Candidate Proficiencies Aligned with Expectations in Professional, State, and Institutional Standards

From its beginning, the University of Alabama at Birmingham has been committed to accreditation and the alignment of programs to national standards. UAB has been accredited by the Southern Association of Colleges and Schools since 1969.  Professional schools are not only encouraged, but expected to hold professional and programmatic accreditation. Every program in the University that has sought professional accreditation has achieved it.  Discipline-based accreditations within the university that are relevant to the professional education unit include: National Association of Schools of Art and Design, National Association of Schools of Music, and the American Chemical Society.

The unit received State Department of Education approval of its programs in1969 and was accredited by NCATE in 1989.  Unit faculty believe that all professional education programs must have explicit outcomes that are based on professional standards and have developed coherent initial and advanced programs that reflect exemplary practice across all professional education programs (see Belief Statement #7).   

The overriding goal of the unit is to consistently, relentlessly achieve the primary purpose of preparing reflective professionals for success in diverse communities.  More specific goals are identified by the outcomes adopted by each program area. The outcomes for each program area are listed below:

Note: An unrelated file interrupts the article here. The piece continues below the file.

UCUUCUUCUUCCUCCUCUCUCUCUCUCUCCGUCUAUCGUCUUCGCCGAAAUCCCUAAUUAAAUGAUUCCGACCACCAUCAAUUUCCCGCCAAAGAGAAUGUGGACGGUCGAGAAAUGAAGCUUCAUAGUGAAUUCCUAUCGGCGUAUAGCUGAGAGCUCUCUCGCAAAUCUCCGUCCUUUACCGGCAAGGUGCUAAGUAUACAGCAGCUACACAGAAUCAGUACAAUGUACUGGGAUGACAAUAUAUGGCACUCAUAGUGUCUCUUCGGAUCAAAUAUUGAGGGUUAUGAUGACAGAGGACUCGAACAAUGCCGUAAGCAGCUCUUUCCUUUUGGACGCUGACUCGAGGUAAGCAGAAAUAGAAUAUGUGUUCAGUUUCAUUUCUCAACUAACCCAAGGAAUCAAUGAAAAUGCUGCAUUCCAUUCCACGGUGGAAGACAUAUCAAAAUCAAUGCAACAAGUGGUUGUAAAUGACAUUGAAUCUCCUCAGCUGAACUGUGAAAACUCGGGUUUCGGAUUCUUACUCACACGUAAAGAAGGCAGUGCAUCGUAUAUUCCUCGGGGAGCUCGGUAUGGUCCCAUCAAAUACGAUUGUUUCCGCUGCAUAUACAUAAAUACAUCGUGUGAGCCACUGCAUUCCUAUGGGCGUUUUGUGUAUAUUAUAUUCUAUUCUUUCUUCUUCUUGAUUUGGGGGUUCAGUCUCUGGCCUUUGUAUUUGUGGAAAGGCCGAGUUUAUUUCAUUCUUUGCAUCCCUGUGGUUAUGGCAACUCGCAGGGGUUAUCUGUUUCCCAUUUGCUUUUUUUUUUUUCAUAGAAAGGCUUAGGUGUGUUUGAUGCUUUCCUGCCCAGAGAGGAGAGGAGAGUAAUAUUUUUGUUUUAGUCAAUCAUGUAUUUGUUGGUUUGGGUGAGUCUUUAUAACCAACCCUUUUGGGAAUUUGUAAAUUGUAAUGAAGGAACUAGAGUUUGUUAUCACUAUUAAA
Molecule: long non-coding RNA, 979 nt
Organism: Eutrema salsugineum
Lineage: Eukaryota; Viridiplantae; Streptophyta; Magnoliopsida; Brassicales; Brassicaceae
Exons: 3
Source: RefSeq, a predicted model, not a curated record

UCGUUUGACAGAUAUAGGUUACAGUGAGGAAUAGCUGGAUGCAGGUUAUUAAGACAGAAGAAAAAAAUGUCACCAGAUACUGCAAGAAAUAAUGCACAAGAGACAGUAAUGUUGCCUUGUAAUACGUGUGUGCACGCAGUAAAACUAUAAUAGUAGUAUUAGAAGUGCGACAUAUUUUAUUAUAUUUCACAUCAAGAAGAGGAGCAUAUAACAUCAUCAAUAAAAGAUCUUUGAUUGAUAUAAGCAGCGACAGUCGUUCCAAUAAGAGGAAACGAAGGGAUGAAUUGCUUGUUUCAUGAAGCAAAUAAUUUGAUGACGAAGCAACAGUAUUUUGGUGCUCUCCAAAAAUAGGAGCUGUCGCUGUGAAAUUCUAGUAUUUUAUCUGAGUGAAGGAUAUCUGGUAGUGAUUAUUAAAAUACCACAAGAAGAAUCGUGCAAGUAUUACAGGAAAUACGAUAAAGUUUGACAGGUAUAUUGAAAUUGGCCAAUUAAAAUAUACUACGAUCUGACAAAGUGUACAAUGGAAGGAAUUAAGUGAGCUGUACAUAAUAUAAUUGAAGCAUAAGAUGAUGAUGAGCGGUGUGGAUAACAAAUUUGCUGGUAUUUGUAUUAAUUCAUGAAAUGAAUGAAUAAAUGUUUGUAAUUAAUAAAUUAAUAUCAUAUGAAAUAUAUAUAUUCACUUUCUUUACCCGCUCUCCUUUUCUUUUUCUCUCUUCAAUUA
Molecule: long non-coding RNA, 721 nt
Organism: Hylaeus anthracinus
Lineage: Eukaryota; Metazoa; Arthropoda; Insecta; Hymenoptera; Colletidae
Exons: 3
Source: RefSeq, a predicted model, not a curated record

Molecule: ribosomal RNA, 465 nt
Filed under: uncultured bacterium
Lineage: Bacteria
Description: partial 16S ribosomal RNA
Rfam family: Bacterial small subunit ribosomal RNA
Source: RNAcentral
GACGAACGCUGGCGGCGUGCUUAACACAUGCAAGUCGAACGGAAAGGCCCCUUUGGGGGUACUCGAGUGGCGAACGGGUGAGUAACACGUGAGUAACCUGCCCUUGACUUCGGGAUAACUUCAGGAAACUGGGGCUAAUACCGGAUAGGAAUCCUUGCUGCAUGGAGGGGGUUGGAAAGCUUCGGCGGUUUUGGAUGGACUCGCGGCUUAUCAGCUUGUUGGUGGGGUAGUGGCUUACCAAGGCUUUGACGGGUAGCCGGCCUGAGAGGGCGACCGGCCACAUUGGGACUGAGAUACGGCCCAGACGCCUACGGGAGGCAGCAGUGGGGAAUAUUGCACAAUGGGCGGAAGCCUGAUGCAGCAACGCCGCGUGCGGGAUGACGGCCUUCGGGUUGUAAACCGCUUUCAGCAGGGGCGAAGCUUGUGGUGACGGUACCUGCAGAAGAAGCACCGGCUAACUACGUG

Educational Leadership

            • Vision of Learning

            • School Culture

            • Learning Environment

            • Community Involvement

            • Ethics and Integrity

            • Political, Social, Economics, Legal and Cultural Context

            • Appropriate Professional Dispositions


School Counseling


            • Professional Identity

            • Social and Cultural Foundations

            • Human Growth and Development

            • Career Development

            • Helping Relationships

            • Group Work

            • Assessment

            • Research and Evaluation

            • Technology

            • School Counseling Program

            • Collaboration

            • School Climate

            • Advocacy

            • Reflective Practice

            • Appropriate Professional Dispositions


Teacher Education


            • Knowledge of Subject Matter

            • Knowledge of Human Development and Learning

            • Diversity

            • Multiple Instructional Strategies

            • Learning Environment

            • Communication

            • Instructional Planning Skills, including Technology

            • Assessment

            • Professional Commitment/Responsibility

            • Partnership/Collaboration

            • Social, Historical, Philosophical Foundations

            • Appropriate Professional Dispositions


These outcomes are derived from the following professional standards of the respective academic areas:


Alabama State Department of Education